8.       Identify plaque/oral biofilm as an etiologic agent and describe the action of mechanical and chemical plaque control and the role of the patient.


9.       Define the goals and rationale for surgical and non-surgical periodontal therapy, describe the various techniques, indications for treatment, and post-surgical care.


10.     Describe the various types of dental implants, explain factors contributing to the success of failure of implants, and describe the dental hygiene maintenance therapy of the dental implant patient.


11.     List supportive periodontal therapy's sequence, effectiveness, and objectives, explain the relationship between compliance and recurrence of periodontal disease, and describe methods of controlling dentin hypersensitivity.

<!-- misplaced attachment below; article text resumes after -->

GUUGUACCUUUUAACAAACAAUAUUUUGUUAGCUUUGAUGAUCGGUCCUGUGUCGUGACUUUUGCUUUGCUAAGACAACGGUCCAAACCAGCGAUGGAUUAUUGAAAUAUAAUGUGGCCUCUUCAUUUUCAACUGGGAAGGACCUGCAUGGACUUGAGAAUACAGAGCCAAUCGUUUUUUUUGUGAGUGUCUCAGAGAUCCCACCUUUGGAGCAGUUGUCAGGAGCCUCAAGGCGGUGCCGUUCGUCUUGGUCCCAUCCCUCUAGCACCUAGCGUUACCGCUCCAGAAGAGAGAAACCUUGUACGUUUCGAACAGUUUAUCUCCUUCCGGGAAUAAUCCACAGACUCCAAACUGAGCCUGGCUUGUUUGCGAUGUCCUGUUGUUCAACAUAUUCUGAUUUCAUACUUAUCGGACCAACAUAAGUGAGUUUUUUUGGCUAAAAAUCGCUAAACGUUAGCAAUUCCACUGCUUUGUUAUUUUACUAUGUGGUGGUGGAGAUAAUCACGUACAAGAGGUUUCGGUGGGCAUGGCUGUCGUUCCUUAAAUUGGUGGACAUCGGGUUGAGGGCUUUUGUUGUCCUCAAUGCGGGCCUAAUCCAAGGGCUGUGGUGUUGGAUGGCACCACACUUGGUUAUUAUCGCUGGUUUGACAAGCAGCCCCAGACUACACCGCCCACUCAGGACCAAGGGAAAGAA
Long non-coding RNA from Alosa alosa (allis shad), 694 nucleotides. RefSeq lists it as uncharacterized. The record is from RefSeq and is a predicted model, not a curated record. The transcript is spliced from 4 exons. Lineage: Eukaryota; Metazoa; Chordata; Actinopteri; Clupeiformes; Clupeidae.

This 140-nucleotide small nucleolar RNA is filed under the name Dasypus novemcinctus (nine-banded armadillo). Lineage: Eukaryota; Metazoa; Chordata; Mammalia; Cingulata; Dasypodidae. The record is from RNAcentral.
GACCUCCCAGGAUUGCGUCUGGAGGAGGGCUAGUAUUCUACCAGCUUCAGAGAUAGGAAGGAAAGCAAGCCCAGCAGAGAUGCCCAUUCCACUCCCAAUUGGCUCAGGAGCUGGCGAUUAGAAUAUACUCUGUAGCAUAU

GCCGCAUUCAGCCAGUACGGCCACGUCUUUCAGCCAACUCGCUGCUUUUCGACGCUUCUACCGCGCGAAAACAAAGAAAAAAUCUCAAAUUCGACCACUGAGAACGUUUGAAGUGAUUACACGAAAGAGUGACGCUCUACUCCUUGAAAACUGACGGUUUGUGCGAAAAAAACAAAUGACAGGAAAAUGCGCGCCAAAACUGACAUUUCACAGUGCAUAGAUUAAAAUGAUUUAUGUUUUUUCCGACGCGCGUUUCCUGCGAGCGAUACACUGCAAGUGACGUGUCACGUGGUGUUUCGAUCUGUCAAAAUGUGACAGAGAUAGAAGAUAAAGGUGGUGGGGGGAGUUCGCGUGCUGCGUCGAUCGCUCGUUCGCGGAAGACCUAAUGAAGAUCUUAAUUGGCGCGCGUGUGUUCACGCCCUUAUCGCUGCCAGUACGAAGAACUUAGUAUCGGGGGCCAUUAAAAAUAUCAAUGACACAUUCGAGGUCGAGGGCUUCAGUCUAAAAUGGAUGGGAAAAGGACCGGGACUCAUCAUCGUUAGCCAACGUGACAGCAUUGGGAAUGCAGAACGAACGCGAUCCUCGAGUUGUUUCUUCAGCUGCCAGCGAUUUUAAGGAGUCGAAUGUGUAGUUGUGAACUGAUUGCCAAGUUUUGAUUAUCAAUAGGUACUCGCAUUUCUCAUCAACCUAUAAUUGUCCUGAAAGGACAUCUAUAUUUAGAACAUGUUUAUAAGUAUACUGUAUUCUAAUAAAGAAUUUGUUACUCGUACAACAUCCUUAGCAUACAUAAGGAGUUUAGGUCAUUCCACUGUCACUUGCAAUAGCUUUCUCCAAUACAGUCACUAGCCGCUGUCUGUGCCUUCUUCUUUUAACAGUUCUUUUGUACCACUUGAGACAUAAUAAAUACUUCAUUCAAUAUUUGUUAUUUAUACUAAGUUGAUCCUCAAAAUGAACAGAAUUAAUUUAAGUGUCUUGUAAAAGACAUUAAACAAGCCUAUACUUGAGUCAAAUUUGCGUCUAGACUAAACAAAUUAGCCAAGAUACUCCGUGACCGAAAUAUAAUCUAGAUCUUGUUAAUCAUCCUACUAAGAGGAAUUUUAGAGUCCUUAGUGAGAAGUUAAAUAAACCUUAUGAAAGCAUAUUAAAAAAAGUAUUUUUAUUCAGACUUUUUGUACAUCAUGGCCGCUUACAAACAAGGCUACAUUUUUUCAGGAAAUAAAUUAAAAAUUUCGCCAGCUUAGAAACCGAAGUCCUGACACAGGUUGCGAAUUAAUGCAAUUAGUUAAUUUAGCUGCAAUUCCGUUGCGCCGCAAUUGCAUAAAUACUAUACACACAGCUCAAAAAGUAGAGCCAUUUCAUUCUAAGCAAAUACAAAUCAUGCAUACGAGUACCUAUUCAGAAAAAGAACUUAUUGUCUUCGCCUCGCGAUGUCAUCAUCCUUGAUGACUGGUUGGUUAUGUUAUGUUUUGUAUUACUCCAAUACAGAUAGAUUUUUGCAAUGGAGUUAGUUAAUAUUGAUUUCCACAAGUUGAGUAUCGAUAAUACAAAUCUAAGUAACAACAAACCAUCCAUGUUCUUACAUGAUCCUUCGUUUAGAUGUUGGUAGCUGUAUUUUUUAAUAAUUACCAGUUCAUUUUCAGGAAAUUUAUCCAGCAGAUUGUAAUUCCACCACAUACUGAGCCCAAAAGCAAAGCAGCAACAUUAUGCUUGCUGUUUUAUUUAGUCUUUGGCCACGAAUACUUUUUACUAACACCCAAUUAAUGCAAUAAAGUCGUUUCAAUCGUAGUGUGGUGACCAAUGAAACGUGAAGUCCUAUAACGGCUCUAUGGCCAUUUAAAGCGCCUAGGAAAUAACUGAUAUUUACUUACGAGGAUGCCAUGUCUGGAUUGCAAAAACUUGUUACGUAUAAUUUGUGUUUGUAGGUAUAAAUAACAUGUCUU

12.     Describe signs and symptoms of periodontal emergencies, identify systems factors influencing periodontal diseases, and describe treatment modifications for patients having these systemic factors.


Learning objectives related to specific topics are found at the beginning of each corresponding chapter and/or page of texts.

ATTENDANCE: More than two (2) absences for any reason will result in a loss of 5 points from final